YOU THINK the world is screwed up now? Try to imagine boxing's alphabet organizations running things, and cringe in terror.
The WBC would create a furor by stripping the United States of its superpower status for taking a discretionary bout against Iraq and failing to fulfill its mandatory against the WBC's No. 1-rated country, say, Lithuania.
Not wishing to be outdone, the WBA would announce it was upgrading China to "super champion" status, but would sanction - for an appropriately hefty fee, of course - a "regular" title bout between Guatemala and Cambodia.
The IBF mysteriously would elevate Puerto Rico, previously unranked, to the top spot in its ratings after the Caribbean island signed a promotional contract with Don King. King, recalling his glory days with Felix Trinidad, would appear at the press conference announcing the matchup of the newest member of his promotional stable and Trinidad-Tobago to chortle "Viva, Puerto Rico!" while waving tiny Puerto Rican flags.
Trinidad-Tobago, of course, would have to sign over options to His Hairness to get the title shot. Jilted promoter Gary Shaw would then claim he still held paper on Trinidad-Tobago, and threaten to sue everyone in sight.
And let's not even get into who might get assigned to judge the fights.
I thought of all the times I've been stupefied by the alphabet groups' head-scratching decisions when it was revealed that the WBC apparently has agreed to sanction an April 21 title bout in Moscow between its current heavyweight champion, Oleg Maskaev (34-5, 26 KOs), and former champ Vitali Klitschko (35-2, 34 KOs).
Bypassed - again - is Samuel Peter (28-1, 22 KOs), the Nigerian knockout artist who won two title eliminators with James Toney in order to secure what he believed would be next dibs on Maskaev. Not only did Peter win those two bouts, but he had to pony up a pair of sanctioning fees to the WBC to learn that, in essence, he only hadn' moved up, but was being moved back in line.
"It's a disgrace," Peter is quoted as saying in a press release announced by his promoter, Dino Duva. "Why did [Klitschko] wait until I beat Toney the second time to say he was coming back? Why not announce it before? Because he's not a true champion. He got his title when Lennox Lewis retired. And now he wants to fight Maskaev, who also is not a true champion because he's avoiding me.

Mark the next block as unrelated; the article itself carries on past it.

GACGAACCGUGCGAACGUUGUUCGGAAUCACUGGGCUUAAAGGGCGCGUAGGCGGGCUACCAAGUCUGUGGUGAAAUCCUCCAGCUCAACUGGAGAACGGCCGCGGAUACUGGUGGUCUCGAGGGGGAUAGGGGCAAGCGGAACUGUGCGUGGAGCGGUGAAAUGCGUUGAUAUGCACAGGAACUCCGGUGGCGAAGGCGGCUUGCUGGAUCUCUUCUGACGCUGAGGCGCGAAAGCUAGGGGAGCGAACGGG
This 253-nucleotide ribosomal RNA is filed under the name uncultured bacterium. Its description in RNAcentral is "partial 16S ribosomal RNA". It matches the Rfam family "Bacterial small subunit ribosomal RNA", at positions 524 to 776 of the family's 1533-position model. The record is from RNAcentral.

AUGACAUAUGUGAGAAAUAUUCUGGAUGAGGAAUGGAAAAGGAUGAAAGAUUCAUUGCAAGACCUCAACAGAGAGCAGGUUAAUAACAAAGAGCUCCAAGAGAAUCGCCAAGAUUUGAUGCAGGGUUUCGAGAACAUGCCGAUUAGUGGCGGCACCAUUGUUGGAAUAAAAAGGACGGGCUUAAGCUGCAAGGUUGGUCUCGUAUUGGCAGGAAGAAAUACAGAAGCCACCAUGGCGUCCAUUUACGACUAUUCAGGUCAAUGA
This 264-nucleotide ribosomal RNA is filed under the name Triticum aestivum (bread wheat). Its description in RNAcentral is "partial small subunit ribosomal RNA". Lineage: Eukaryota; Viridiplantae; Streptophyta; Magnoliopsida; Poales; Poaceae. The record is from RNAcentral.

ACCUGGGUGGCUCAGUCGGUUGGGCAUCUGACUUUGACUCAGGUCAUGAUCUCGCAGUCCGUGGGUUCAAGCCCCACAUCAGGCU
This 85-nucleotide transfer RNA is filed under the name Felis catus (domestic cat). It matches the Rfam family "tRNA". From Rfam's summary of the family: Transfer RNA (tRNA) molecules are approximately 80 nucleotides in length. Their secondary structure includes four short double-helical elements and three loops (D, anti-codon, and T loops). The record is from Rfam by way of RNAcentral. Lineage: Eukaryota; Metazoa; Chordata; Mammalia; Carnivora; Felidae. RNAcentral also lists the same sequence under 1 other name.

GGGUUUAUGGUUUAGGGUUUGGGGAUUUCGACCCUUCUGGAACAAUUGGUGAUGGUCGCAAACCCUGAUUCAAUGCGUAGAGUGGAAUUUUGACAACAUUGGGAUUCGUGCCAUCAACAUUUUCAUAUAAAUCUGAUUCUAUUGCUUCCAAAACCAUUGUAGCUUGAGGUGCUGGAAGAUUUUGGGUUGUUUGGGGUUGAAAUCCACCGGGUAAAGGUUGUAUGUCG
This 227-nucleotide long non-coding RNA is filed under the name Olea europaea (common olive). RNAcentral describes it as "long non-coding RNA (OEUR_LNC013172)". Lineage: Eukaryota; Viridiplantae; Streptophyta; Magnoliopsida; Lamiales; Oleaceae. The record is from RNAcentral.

"Let me go against Maskaev and I'll knock him out, and then I'll knock out both Klitschko brothers on the same night."
Vitali's younger brother, Wladimir, is the IBF heavyweight champion.
There is a rationale, albeit a
curious one, for the WBC's
decision to vault 35-year-old
Vitali Klitschko, who hasn't fought since he defended his title by stopping Danny Williams in eight rounds on Dec. 11, 2004, ahead of Peter.
The elder of the brothers
Klitschko retired because of a
series of injuries to his back, thigh and, most seriously, his right knee. He underwent surgery to repair a torn meniscus and medial collateral ligament.
But in stepping away from the ring, Vitali was accorded "champion emeritus" status by the WBC, a presumably honorary designation in much the same way that universities present honorary doctorates to actors and politicians.
Except that in this instance, the designation called for Klitschko to move right into a title bout with whomever was the WBC heavyweight champion at the moment. It's like driving in the E-ZPass lane while all other contenders are stuck in traffic at the toll booth.
I'm not saying that Vitali
Klitschko is a lesser fighter than Peter, who appeared to have smoothed some of his rougher edges in his Jan. 6 unanimous-decision rematch victory over Toney. If "Dr. Ironfist" is anything close to the same fighter he was before his retirement, I'd make him the favorite against
Peter, who already is 0-1 against the Klitschkos, having lost on points to Wladimir on Sept. 24, 2005.
What stinks here is the alphabet gang's casual disregard for anything resembling fairness.
Peter has paid his dues (literally; remember those sanctioning fees) and ought to be next on Maskaev's dance card. Ideally, Vitali Klitschko should be obliged to take a tune-up bout against a fringe contender to demonstrate his readiness to resume his career at the elite level. If he wins and looks reasonably good, then he could be paired against the Maskaev-Peter winner.
So what's the problem? If you guessed M-O-N-E-Y, give yourself a pat on the back and apply for a promoter's license.
My guess is that the modestly talented Maskaev, who is keeping the WBC throne warm until somebody better comes along, would fall to either Peter or
Klitschko. But where Maskaev-Peter is merely intriguing, a matchup of Ukraine's Vitali
Klitschko, son of a former Soviet Air Force colonel, and the
Russian-born Maskaev - in
Moscow - would generate mountains of rubles and international headlines.
Such machinations might almost make me crusade for the creation of a federal boxing commission, but then I realize there is another alphabet group even scarier than the WBC.